Professor Treitel studies German-speaking Europe since 1800. She teaches courses on modern German and European history, on the world history of health and disease, and on topics in the new interdisciplinary area of Health Humanities.
Corinna Treitel is interested in the paradoxical dynamics of German modernity, where rational, irrational, liberal, and illiberal tendencies have intermingled with fascinating results for politics and culture, both in Germany and beyond. Her research has been particularly concerned with how these paradoxes have played out at the interface of science, medicine, and popular culture.
She is the author of two books: Eating Nature in Modern Germany: Food, Agriculture, and Environment, c. 1870-2000 (Cambridge University Press, 2017) and A Science for the Soul: Occultism and the Genesis of the German Modern (Johns Hopkins University Press, 2004).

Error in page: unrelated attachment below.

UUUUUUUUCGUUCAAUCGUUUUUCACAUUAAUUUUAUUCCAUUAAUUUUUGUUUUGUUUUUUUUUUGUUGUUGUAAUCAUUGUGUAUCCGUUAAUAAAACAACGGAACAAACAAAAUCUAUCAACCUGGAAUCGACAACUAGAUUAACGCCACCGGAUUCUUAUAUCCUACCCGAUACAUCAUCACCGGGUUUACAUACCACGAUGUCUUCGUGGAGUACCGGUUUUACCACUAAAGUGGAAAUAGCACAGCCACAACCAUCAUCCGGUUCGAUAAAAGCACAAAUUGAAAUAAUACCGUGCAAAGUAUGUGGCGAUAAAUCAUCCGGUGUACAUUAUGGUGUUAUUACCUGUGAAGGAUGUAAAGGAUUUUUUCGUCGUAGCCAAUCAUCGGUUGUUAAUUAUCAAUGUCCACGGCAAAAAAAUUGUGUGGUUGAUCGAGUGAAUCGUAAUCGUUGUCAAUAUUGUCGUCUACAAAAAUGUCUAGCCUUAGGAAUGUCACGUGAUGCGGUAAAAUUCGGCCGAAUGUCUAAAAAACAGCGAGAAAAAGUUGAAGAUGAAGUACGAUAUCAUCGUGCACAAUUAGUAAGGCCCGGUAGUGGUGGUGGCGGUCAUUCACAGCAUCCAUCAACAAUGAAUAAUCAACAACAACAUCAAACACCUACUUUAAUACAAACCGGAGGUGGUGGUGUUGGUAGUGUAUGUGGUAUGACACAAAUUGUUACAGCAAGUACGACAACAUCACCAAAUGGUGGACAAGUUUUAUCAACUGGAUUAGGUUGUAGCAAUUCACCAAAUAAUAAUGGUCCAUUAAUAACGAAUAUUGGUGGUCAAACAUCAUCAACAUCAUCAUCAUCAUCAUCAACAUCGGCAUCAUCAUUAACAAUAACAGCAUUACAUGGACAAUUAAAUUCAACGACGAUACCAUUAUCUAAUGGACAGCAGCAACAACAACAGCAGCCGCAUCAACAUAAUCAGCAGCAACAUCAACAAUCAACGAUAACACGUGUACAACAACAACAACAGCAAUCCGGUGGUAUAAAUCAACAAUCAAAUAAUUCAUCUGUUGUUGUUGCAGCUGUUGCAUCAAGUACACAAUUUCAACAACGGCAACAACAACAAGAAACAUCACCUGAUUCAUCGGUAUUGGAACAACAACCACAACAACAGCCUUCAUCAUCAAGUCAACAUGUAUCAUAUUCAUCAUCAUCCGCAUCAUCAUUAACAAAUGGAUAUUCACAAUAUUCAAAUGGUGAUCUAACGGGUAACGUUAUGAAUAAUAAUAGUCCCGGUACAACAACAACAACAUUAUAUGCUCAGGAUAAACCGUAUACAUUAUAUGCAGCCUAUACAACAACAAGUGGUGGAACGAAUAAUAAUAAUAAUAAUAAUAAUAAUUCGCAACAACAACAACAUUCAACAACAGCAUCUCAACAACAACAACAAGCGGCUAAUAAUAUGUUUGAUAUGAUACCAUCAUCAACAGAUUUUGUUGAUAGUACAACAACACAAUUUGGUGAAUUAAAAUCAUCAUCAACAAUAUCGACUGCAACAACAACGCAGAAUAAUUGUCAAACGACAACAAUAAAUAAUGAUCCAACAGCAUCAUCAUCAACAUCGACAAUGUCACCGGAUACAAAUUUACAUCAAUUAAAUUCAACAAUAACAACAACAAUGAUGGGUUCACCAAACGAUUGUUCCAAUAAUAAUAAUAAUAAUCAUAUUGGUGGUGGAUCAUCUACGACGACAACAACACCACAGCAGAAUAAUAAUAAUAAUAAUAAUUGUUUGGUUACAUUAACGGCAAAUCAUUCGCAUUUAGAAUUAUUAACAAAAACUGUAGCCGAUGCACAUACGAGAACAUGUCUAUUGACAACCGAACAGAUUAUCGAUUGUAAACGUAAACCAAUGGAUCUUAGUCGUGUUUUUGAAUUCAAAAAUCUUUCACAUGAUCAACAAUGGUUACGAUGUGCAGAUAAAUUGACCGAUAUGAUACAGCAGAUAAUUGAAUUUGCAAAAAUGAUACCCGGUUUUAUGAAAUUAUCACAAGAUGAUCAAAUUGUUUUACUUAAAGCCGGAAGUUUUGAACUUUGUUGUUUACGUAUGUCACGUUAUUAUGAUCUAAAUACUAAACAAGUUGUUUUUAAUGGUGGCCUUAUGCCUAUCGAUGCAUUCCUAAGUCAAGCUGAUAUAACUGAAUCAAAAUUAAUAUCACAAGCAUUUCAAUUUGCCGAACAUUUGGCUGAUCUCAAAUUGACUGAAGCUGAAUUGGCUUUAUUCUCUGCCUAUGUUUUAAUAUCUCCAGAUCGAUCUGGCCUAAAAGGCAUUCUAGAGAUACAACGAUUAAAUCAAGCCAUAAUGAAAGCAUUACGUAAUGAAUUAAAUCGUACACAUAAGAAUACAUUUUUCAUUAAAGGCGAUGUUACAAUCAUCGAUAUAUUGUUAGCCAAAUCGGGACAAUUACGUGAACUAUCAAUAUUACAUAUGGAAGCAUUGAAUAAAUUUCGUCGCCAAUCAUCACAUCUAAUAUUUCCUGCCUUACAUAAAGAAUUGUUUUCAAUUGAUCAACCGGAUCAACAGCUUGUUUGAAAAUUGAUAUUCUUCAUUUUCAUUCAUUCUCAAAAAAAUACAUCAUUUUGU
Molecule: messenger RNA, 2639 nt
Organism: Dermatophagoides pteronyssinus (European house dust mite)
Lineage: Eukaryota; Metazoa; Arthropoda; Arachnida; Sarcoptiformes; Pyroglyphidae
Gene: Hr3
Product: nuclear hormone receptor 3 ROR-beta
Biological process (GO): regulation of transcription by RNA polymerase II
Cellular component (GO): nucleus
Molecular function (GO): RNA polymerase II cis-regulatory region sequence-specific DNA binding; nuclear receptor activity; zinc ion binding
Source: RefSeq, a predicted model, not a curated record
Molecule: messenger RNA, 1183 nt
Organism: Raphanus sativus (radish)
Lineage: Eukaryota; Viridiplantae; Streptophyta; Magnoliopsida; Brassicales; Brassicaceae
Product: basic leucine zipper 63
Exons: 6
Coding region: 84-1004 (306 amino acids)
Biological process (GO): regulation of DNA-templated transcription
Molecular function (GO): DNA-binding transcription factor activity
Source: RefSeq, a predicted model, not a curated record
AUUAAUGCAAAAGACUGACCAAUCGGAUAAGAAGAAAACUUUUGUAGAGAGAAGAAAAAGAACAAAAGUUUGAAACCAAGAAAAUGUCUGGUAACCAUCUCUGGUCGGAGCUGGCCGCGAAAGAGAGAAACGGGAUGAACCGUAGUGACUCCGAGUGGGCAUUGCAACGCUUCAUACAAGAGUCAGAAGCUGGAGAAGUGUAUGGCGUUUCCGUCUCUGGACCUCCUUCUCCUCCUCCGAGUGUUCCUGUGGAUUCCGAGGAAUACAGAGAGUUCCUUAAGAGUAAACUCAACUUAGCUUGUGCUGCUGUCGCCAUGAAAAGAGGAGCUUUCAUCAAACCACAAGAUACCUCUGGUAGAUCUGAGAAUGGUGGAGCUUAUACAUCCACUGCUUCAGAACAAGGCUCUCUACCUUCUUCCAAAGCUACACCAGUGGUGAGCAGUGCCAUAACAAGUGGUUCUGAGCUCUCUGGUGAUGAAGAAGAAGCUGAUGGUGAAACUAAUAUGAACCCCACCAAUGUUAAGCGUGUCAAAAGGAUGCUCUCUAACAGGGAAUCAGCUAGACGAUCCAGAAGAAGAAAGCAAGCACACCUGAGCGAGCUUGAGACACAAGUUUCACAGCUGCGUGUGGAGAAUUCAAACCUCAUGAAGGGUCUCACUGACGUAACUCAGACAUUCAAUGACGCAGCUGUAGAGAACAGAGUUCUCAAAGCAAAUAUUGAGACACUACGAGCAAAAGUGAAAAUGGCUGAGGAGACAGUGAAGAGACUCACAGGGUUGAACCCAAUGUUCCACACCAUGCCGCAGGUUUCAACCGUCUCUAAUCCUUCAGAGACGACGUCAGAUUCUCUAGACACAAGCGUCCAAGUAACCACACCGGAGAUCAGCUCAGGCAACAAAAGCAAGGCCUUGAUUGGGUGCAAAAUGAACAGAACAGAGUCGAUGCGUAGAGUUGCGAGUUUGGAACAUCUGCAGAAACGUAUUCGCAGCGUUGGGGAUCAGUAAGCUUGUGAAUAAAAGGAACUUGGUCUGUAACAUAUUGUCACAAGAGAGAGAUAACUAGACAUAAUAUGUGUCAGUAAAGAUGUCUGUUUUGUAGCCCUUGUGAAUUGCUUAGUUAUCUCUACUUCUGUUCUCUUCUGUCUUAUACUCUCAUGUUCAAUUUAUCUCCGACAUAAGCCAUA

Her current book, Gesundheit! Seeking German Health, 1750-2000, explores changing ideas and practices of health in German lands from the mid-eighteenth century to the present and tracks their global history.
Professor Treitel enjoys collaborative work. She helped introduce Medical Humanities as a field of study to Washington University in St. Louis in 2015 and continues to work with scholars around the world on Health Humanities. She also co-leads Science in the Public Square, a group studying (mis)trust in science as a recurrent social phenomenon.
Professor Treitel welcomes applications from graduate students in German and European History, as well as in the history of science and medicine.